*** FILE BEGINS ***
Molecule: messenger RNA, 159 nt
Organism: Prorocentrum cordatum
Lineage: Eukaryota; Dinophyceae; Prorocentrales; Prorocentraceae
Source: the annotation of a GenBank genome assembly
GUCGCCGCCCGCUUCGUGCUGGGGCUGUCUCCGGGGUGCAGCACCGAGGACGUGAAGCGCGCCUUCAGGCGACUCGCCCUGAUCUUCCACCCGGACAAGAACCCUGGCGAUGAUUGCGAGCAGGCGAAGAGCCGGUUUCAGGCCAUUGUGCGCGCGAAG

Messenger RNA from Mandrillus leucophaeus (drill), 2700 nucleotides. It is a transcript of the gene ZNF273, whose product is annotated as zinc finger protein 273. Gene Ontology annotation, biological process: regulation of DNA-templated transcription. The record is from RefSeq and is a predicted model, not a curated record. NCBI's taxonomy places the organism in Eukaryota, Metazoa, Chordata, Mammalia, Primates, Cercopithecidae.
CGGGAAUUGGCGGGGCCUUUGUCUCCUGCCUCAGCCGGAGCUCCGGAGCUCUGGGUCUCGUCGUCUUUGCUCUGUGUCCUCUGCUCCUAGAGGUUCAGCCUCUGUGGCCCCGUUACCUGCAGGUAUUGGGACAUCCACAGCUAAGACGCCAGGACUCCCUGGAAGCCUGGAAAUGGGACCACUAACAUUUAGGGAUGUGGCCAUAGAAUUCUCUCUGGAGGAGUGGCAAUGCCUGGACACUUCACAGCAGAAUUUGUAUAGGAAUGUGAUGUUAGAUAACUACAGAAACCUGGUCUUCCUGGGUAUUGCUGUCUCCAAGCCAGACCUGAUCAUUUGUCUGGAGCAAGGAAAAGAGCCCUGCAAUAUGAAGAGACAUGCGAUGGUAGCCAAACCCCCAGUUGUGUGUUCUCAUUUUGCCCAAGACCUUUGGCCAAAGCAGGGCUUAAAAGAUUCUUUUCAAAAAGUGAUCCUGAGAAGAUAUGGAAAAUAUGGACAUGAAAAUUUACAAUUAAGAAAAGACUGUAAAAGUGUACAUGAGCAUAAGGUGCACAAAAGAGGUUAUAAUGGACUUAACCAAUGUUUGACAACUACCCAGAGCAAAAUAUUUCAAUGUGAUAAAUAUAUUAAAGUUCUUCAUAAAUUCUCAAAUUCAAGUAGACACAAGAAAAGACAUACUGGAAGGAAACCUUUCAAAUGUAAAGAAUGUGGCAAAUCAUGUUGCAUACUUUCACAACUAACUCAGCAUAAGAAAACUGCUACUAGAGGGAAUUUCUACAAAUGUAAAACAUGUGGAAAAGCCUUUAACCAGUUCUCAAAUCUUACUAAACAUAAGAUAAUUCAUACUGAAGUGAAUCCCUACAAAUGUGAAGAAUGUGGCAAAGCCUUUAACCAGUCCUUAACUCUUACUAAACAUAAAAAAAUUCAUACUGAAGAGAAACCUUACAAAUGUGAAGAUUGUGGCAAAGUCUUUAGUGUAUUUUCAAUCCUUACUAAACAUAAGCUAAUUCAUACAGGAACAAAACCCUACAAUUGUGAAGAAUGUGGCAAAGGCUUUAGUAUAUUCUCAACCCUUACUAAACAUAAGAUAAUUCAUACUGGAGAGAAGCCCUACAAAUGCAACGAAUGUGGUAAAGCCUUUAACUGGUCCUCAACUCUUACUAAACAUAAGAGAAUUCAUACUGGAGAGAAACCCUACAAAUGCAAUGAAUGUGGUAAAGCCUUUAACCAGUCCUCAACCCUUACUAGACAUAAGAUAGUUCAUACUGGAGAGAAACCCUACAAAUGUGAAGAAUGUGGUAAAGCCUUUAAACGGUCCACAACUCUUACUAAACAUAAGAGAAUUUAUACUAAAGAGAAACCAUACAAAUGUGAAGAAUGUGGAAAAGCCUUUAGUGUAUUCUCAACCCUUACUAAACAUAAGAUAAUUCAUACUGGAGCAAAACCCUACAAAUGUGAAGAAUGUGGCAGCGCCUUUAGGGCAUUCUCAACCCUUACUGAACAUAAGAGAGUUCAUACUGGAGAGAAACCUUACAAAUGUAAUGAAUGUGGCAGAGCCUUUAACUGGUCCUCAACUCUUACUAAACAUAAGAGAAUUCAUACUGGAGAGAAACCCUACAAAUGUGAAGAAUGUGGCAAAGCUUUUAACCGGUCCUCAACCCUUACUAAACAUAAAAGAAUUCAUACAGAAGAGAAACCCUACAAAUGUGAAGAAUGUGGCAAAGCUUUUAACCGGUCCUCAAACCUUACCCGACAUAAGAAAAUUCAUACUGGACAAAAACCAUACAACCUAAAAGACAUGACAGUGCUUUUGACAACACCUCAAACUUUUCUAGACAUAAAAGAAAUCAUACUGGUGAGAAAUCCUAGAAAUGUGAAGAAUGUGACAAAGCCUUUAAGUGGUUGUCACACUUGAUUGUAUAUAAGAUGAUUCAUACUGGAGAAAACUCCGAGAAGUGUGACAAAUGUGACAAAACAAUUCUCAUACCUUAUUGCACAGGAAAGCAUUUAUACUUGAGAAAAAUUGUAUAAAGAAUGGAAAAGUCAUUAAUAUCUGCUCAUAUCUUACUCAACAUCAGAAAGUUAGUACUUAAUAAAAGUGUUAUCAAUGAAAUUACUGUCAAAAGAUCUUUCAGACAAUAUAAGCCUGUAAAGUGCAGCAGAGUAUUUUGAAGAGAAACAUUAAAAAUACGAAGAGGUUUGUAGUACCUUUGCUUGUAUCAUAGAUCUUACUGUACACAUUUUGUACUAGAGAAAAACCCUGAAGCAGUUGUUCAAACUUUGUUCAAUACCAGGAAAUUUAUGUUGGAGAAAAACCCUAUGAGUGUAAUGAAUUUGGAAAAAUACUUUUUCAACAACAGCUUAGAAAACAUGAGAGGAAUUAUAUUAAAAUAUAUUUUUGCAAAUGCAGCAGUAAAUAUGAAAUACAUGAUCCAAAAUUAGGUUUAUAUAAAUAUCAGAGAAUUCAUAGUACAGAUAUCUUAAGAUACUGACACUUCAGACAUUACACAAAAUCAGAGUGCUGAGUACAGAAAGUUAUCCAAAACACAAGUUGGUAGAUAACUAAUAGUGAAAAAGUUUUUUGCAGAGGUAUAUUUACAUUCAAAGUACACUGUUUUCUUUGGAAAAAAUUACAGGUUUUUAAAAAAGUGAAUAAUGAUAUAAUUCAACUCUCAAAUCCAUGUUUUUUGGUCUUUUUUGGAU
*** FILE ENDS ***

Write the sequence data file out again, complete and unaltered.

Molecule: messenger RNA, 159 nt
Organism: Prorocentrum cordatum
Lineage: Eukaryota; Dinophyceae; Prorocentrales; Prorocentraceae
Source: the annotation of a GenBank genome assembly
GUCGCCGCCCGCUUCGUGCUGGGGCUGUCUCCGGGGUGCAGCACCGAGGACGUGAAGCGCGCCUUCAGGCGACUCGCCCUGAUCUUCCACCCGGACAAGAACCCUGGCGAUGAUUGCGAGCAGGCGAAGAGCCGGUUUCAGGCCAUUGUGCGCGCGAAG

Messenger RNA from Mandrillus leucophaeus (drill), 2700 nucleotides. It is a transcript of the gene ZNF273, whose product is annotated as zinc finger protein 273. Gene Ontology annotation, biological process: regulation of DNA-templated transcription. The record is from RefSeq and is a predicted model, not a curated record. NCBI's taxonomy places the organism in Eukaryota, Metazoa, Chordata, Mammalia, Primates, Cercopithecidae.
CGGGAAUUGGCGGGGCCUUUGUCUCCUGCCUCAGCCGGAGCUCCGGAGCUCUGGGUCUCGUCGUCUUUGCUCUGUGUCCUCUGCUCCUAGAGGUUCAGCCUCUGUGGCCCCGUUACCUGCAGGUAUUGGGACAUCCACAGCUAAGACGCCAGGACUCCCUGGAAGCCUGGAAAUGGGACCACUAACAUUUAGGGAUGUGGCCAUAGAAUUCUCUCUGGAGGAGUGGCAAUGCCUGGACACUUCACAGCAGAAUUUGUAUAGGAAUGUGAUGUUAGAUAACUACAGAAACCUGGUCUUCCUGGGUAUUGCUGUCUCCAAGCCAGACCUGAUCAUUUGUCUGGAGCAAGGAAAAGAGCCCUGCAAUAUGAAGAGACAUGCGAUGGUAGCCAAACCCCCAGUUGUGUGUUCUCAUUUUGCCCAAGACCUUUGGCCAAAGCAGGGCUUAAAAGAUUCUUUUCAAAAAGUGAUCCUGAGAAGAUAUGGAAAAUAUGGACAUGAAAAUUUACAAUUAAGAAAAGACUGUAAAAGUGUACAUGAGCAUAAGGUGCACAAAAGAGGUUAUAAUGGACUUAACCAAUGUUUGACAACUACCCAGAGCAAAAUAUUUCAAUGUGAUAAAUAUAUUAAAGUUCUUCAUAAAUUCUCAAAUUCAAGUAGACACAAGAAAAGACAUACUGGAAGGAAACCUUUCAAAUGUAAAGAAUGUGGCAAAUCAUGUUGCAUACUUUCACAACUAACUCAGCAUAAGAAAACUGCUACUAGAGGGAAUUUCUACAAAUGUAAAACAUGUGGAAAAGCCUUUAACCAGUUCUCAAAUCUUACUAAACAUAAGAUAAUUCAUACUGAAGUGAAUCCCUACAAAUGUGAAGAAUGUGGCAAAGCCUUUAACCAGUCCUUAACUCUUACUAAACAUAAAAAAAUUCAUACUGAAGAGAAACCUUACAAAUGUGAAGAUUGUGGCAAAGUCUUUAGUGUAUUUUCAAUCCUUACUAAACAUAAGCUAAUUCAUACAGGAACAAAACCCUACAAUUGUGAAGAAUGUGGCAAAGGCUUUAGUAUAUUCUCAACCCUUACUAAACAUAAGAUAAUUCAUACUGGAGAGAAGCCCUACAAAUGCAACGAAUGUGGUAAAGCCUUUAACUGGUCCUCAACUCUUACUAAACAUAAGAGAAUUCAUACUGGAGAGAAACCCUACAAAUGCAAUGAAUGUGGUAAAGCCUUUAACCAGUCCUCAACCCUUACUAGACAUAAGAUAGUUCAUACUGGAGAGAAACCCUACAAAUGUGAAGAAUGUGGUAAAGCCUUUAAACGGUCCACAACUCUUACUAAACAUAAGAGAAUUUAUACUAAAGAGAAACCAUACAAAUGUGAAGAAUGUGGAAAAGCCUUUAGUGUAUUCUCAACCCUUACUAAACAUAAGAUAAUUCAUACUGGAGCAAAACCCUACAAAUGUGAAGAAUGUGGCAGCGCCUUUAGGGCAUUCUCAACCCUUACUGAACAUAAGAGAGUUCAUACUGGAGAGAAACCUUACAAAUGUAAUGAAUGUGGCAGAGCCUUUAACUGGUCCUCAACUCUUACUAAACAUAAGAGAAUUCAUACUGGAGAGAAACCCUACAAAUGUGAAGAAUGUGGCAAAGCUUUUAACCGGUCCUCAACCCUUACUAAACAUAAAAGAAUUCAUACAGAAGAGAAACCCUACAAAUGUGAAGAAUGUGGCAAAGCUUUUAACCGGUCCUCAAACCUUACCCGACAUAAGAAAAUUCAUACUGGACAAAAACCAUACAACCUAAAAGACAUGACAGUGCUUUUGACAACACCUCAAACUUUUCUAGACAUAAAAGAAAUCAUACUGGUGAGAAAUCCUAGAAAUGUGAAGAAUGUGACAAAGCCUUUAAGUGGUUGUCACACUUGAUUGUAUAUAAGAUGAUUCAUACUGGAGAAAACUCCGAGAAGUGUGACAAAUGUGACAAAACAAUUCUCAUACCUUAUUGCACAGGAAAGCAUUUAUACUUGAGAAAAAUUGUAUAAAGAAUGGAAAAGUCAUUAAUAUCUGCUCAUAUCUUACUCAACAUCAGAAAGUUAGUACUUAAUAAAAGUGUUAUCAAUGAAAUUACUGUCAAAAGAUCUUUCAGACAAUAUAAGCCUGUAAAGUGCAGCAGAGUAUUUUGAAGAGAAACAUUAAAAAUACGAAGAGGUUUGUAGUACCUUUGCUUGUAUCAUAGAUCUUACUGUACACAUUUUGUACUAGAGAAAAACCCUGAAGCAGUUGUUCAAACUUUGUUCAAUACCAGGAAAUUUAUGUUGGAGAAAAACCCUAUGAGUGUAAUGAAUUUGGAAAAAUACUUUUUCAACAACAGCUUAGAAAACAUGAGAGGAAUUAUAUUAAAAUAUAUUUUUGCAAAUGCAGCAGUAAAUAUGAAAUACAUGAUCCAAAAUUAGGUUUAUAUAAAUAUCAGAGAAUUCAUAGUACAGAUAUCUUAAGAUACUGACACUUCAGACAUUACACAAAAUCAGAGUGCUGAGUACAGAAAGUUAUCCAAAACACAAGUUGGUAGAUAACUAAUAGUGAAAAAGUUUUUUGCAGAGGUAUAUUUACAUUCAAAGUACACUGUUUUCUUUGGAAAAAAUUACAGGUUUUUAAAAAAGUGAAUAAUGAUAUAAUUCAACUCUCAAAUCCAUGUUUUUUGGUCUUUUUUGGAU